The following is a list and contact info for each of the OWCP districts, hearing offices, and appeal boards with jurisdiction over Louisiana cases:


Appeals from unfavorable decisions are brought to the Office of Hearings Operations (OHO) where the case will be heard by an administrative law judge (ALJ).  Louisiana has four OHO locations , each of which services a number of Social Security Administration (SSA) Field Offices, and some of which also service satellite hearing offices.  The national SSA office can be reached at:

Telephone: 800-772-1213
Facsimile: 800-325-0778

Louisiana’s OHO and SSA offices fall under the purview of the Dallas Regional Office, which can be reached at:

1301 Young Street, Suite 460
Dallas, TX 75202

Telephone: 214-767-9401
Facsimile: 214-767-9407

Appeals from an ALJ decision are brought to the Appeals Council (AC), and then beyond that to Federal district court.

The following is a list and contact info for each of the SSA hearing and field offices in Louisiana:

SSA hearing offices

Defendant, a medical facility, initially filed three disputed claims against Employer with the Office of Workers’ Compensation (OWC) because they had not been paid for medical services rendered.  Employer argued they had not received notice of any treatment before the claims were filed.  The medical facility voluntarily dismissed its claims with prejudice prior to the hearing.  Employer then filed a lawsuit in state district court against the medical facility alleging that Defendant’s prior claims were frivolous, and seeking sanctions and attorney fees.  Defendant filed an exception of lack of subject matter jurisdiction, arguing that Employer’s suit should have been filed in the OWC because Employer’s claim arose out of workers’ compensation disputes.  The district court found it had jurisdiction and denied the exception.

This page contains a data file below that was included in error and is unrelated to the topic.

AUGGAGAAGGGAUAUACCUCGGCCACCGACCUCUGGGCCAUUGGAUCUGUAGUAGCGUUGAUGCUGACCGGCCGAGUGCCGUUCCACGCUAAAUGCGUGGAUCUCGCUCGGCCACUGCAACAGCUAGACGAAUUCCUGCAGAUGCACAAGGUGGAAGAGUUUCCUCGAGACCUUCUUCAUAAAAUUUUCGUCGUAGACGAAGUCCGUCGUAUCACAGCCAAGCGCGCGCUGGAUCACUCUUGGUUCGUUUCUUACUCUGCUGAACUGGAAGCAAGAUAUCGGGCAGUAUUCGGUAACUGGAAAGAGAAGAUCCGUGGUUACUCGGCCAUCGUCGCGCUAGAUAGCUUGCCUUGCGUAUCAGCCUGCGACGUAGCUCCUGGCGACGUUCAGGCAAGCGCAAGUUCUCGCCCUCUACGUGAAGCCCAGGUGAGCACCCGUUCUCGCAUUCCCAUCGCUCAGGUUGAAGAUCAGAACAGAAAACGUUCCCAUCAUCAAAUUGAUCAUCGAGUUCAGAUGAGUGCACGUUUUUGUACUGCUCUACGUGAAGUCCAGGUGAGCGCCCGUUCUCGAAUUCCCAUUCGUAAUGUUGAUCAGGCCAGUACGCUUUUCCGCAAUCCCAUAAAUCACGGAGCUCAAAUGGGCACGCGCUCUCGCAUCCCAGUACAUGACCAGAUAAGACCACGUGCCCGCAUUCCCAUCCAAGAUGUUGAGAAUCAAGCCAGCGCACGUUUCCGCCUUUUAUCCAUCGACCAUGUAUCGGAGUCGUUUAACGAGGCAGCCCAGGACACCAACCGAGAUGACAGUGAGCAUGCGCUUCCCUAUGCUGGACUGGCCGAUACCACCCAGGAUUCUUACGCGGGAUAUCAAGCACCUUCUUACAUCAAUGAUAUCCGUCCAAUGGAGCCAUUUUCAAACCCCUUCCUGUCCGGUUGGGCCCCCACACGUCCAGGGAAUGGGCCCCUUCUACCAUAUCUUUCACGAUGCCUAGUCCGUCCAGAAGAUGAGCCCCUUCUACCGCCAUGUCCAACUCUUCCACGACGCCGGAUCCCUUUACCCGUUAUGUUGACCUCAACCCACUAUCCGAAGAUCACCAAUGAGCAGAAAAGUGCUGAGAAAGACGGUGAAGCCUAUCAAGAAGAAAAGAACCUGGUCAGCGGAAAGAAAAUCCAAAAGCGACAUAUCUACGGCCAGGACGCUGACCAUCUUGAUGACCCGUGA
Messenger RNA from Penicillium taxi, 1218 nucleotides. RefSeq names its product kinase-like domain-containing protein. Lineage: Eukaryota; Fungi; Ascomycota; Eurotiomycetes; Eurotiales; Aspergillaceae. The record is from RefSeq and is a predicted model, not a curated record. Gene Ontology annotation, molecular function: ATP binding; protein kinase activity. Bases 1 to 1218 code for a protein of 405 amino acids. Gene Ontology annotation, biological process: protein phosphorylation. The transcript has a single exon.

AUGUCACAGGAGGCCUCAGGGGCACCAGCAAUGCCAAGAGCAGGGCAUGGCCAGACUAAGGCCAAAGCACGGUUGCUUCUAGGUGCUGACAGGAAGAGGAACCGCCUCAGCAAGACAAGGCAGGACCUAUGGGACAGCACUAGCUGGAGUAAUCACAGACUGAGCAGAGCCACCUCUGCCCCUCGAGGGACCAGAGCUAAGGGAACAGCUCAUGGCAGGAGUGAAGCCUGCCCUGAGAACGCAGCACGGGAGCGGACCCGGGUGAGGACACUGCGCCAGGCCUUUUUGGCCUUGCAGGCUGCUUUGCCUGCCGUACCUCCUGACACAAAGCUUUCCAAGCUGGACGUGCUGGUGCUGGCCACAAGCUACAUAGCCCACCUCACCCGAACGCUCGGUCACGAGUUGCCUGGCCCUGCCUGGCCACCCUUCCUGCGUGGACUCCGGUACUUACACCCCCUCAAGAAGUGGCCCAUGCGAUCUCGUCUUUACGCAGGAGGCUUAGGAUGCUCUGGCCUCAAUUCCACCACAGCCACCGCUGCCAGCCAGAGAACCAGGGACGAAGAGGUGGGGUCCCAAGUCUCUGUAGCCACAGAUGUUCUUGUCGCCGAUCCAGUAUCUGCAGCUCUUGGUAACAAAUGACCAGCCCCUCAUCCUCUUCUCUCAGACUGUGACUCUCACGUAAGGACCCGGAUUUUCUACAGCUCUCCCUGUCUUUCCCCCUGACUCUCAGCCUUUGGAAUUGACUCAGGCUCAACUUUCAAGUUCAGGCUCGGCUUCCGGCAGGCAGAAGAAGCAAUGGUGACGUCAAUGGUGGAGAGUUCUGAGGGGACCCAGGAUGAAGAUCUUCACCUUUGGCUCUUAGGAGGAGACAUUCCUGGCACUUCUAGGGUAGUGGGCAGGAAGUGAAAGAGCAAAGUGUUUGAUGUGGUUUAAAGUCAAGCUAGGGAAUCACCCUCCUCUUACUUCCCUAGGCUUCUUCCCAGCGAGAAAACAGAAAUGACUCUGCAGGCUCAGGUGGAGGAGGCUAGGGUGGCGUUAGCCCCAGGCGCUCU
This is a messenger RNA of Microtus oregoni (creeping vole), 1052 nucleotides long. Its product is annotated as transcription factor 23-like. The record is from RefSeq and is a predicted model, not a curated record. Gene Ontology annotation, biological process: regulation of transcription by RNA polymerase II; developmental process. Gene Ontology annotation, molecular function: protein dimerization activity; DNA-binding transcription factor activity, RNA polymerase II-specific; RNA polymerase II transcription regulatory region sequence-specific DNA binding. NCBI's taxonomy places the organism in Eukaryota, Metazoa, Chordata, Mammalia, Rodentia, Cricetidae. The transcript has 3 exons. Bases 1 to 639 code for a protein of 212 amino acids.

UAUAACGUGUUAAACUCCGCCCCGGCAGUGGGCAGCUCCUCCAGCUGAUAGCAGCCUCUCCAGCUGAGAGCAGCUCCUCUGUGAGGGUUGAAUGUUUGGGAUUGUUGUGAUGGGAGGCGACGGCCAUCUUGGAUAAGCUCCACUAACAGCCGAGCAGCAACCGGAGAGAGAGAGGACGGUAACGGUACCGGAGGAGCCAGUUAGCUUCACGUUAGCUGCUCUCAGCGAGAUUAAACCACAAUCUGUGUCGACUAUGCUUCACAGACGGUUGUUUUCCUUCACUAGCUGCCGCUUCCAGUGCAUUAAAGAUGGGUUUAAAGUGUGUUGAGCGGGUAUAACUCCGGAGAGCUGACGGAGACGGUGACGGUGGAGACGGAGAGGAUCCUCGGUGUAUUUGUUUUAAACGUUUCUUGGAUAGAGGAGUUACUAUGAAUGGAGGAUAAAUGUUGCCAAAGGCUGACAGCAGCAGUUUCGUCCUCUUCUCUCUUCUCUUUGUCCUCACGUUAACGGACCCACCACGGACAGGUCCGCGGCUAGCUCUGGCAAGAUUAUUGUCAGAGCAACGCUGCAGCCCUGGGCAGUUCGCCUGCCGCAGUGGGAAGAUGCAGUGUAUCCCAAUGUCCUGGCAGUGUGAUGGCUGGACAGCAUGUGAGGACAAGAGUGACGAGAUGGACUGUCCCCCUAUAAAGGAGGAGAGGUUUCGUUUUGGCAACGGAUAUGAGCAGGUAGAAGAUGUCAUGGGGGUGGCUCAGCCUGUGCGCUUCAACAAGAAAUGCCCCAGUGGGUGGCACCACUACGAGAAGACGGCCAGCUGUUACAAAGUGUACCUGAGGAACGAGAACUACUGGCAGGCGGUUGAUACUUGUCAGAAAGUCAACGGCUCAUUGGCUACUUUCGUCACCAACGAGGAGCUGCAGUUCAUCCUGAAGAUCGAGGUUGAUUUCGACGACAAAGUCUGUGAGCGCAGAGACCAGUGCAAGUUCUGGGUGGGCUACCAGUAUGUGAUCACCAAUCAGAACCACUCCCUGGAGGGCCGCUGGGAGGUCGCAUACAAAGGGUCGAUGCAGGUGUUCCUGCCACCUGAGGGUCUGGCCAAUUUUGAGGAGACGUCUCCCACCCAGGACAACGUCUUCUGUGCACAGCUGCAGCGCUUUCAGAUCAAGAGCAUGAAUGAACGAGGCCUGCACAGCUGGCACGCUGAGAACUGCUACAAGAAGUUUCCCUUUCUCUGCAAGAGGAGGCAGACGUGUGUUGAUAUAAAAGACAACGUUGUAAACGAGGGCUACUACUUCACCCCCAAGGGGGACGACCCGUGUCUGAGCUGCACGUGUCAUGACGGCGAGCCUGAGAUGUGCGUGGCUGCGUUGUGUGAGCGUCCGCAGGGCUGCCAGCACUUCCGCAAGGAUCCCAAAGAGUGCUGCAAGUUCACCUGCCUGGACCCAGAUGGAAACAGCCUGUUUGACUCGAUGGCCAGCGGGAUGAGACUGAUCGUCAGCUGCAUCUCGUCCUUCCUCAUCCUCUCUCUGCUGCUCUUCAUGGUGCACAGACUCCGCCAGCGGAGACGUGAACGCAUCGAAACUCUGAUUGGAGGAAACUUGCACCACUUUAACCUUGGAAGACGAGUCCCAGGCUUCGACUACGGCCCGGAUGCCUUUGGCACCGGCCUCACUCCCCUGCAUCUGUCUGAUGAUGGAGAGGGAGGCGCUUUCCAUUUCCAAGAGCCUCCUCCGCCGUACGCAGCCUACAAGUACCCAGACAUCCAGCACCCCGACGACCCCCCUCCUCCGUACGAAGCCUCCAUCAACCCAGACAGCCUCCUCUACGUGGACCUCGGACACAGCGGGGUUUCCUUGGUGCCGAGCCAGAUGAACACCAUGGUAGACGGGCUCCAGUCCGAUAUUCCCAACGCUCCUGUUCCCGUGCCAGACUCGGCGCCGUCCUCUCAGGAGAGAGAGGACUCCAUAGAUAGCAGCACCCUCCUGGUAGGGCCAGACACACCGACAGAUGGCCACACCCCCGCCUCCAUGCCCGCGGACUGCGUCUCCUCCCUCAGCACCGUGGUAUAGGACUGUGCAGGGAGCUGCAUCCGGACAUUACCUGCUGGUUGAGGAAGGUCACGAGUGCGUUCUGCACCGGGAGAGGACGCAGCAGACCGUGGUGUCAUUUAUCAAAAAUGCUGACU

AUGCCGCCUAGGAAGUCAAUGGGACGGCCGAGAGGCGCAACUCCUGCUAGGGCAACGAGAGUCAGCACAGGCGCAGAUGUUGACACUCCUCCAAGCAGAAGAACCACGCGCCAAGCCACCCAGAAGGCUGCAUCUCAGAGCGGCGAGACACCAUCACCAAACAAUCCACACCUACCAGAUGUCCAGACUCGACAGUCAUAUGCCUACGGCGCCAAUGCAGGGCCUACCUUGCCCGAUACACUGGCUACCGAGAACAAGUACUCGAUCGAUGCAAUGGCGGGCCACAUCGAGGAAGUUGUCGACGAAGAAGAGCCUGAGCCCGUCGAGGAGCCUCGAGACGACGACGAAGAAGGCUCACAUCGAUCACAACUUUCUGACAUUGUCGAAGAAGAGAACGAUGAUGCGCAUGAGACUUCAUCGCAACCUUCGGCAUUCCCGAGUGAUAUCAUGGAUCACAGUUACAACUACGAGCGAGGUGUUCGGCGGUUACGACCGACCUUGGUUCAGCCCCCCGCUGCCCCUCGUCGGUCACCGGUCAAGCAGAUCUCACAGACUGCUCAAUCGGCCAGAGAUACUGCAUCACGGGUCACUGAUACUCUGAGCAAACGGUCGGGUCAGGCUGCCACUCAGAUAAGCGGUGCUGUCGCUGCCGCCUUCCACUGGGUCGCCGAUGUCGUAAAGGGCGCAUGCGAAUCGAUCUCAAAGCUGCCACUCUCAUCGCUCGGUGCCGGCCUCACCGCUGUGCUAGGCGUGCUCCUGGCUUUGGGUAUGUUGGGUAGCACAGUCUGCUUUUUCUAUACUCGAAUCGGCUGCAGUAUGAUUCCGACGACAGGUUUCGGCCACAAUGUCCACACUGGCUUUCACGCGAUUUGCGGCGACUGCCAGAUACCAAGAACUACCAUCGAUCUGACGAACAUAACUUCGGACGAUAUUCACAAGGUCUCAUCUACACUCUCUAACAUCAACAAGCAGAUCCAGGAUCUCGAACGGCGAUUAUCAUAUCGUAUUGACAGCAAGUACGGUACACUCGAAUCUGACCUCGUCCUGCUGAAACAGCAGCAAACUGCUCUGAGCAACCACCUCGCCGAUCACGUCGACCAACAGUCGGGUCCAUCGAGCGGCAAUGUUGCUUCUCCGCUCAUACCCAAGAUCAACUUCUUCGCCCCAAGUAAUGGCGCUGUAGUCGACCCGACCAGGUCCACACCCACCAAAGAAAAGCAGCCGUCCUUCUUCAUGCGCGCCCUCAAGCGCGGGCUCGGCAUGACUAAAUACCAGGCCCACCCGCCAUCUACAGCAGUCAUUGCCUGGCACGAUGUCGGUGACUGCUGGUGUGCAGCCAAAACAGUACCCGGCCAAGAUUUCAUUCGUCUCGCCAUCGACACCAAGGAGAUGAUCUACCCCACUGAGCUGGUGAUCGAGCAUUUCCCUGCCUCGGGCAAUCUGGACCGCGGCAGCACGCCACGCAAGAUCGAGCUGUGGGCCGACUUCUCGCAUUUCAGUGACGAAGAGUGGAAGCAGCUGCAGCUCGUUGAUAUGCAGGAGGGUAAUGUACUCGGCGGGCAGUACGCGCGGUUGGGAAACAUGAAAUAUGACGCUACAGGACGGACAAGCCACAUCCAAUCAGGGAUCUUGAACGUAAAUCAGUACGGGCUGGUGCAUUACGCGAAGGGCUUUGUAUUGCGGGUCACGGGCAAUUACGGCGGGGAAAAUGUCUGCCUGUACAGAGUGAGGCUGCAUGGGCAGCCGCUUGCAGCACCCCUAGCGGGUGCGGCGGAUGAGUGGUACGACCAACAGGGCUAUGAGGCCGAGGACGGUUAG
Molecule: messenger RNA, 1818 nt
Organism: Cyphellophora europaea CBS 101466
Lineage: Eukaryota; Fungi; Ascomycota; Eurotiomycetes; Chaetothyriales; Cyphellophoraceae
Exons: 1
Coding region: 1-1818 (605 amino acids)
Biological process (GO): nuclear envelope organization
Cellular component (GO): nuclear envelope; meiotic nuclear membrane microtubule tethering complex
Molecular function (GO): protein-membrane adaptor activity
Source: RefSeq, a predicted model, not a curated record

Continue reading “OWC Does Not Have Jurisdiction Over All Disputes”

Plaintiff’s drilling barge caught fire causing extensive damage. Repairs were made at a cost of $11 million. Under La. R.S. 47:305.1(A), taxes imposed shall not apply to sales of materials, machinery, and equipment which become component parts of a vessel of fifty tons and over, if the vessel is built in Louisiana. Further, a tax exemption applies to construction or reconstruction, but not to the replacement of worn components. Louisiana law also provides that the exemption applies if the reconstruction restores the vessel to seaworthiness following its destruction by sinking, collision, or fire. Plaintiff relied on this tax exemption and did not pay any sales or use taxes on the materials purchased to repair the barge. Nevertheless, the local tax collector assessed taxes on the repair equipment.

Continue reading “Materials Used to Reconstruct a Vessel Destroyed by Fire are Tax Exempt”

Plaintiff filed suit against a hospital when he developed an infection following spine surgery. Defendant filed an exception of prematurity, arguing that it was a qualified healthcare provider under the Medical Malpractice Act (MMA) and that Plaintiff’s claims had not yet been presented to a medical review panel. The district court granted the exception as to all of Plaintiff’s allegations with the exception of the allegation that Defendant failed to properly maintain and service all equipment utilized in the sterilization process.

Continue reading “Failure to Maintain Sterilization Equipment Falls Under Purview of MMA”

Decedent was a retired firefighter with the Jefferson Parish Fire Department.  He passed away on May 5, 2013.  On January 7, 2015, his widow filed a disputed claim for compensation seeking death benefits pursuant to La. R.S. 23:1231.  Plaintiff alleged that her husband filed a workers’ compensation claim in 2004 for which he received benefits until the time of his death.  She further alleged that he suffered a heart attack on the date of his death, and the coroner amended the death certificate in October 2014 to reflect that the cause of death was the heart attack.

Continue reading “Court Addresses Time to File Claim for Death Benefits in Occupational Disease Case”